Domain names consist of individual labels separated by dots, for example: mydomain.A Fully Qualified Domain Name (FQDN) uniquely identifies the hosts position within the DNS hierarchical tree by specifying a list of names separated by dots in the path from the referenced host to the root.For example, the DNS domain name registered to Microsoft () is known as a second-level domain.This is because the name has two parts (known as labels) that indicate it is located two levels below the root or top of the tree.Any DNS domain name used in the tree is technically a domain.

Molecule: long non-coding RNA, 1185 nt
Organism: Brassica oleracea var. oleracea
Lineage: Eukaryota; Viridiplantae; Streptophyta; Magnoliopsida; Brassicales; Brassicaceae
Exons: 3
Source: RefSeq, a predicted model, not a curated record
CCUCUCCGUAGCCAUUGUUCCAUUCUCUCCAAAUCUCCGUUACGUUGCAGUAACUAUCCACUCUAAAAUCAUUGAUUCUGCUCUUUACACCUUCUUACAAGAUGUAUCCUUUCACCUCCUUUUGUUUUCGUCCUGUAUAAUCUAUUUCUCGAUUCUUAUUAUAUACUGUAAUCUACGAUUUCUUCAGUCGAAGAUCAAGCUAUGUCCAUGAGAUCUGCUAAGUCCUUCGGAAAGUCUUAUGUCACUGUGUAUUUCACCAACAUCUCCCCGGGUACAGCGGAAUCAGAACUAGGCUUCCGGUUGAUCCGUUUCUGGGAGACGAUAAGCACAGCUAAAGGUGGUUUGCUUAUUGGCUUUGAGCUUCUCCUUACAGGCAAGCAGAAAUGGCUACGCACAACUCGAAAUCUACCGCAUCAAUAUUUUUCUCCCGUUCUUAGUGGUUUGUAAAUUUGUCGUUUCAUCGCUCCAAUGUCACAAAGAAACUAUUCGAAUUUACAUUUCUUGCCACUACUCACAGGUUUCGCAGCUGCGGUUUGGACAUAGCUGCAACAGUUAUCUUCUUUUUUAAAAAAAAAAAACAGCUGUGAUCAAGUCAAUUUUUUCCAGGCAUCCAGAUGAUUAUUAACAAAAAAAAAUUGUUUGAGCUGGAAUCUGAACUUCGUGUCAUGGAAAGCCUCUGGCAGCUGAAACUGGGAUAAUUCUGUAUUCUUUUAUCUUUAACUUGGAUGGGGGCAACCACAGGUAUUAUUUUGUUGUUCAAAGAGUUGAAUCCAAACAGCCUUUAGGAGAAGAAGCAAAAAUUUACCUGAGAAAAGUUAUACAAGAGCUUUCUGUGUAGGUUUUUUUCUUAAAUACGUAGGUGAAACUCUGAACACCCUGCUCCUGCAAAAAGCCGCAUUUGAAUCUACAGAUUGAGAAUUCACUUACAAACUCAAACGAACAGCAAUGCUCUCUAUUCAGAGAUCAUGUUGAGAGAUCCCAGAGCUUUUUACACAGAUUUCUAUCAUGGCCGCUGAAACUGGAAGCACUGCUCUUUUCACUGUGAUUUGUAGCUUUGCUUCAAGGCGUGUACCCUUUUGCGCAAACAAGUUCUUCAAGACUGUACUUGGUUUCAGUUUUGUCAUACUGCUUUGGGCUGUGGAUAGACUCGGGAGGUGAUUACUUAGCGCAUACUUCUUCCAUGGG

DNS originated in the early days of the Internet when the Internet was a small network established by the United States Department of Defense for research purposes.
DNS Domain Name Hierarchy The previous figure shows how Microsoft is assigned authority by the Internet root servers for its own part of the DNS domain namespace tree on the Internet.
DNS clients and servers use queries as the fundamental method of resolving names in the tree to specific types of resource information.
The host names of the computers in this network were managed through the use of a single HOSTS file located on a centrally administered server.
Each site that needed to resolve host names on the network downloaded this file.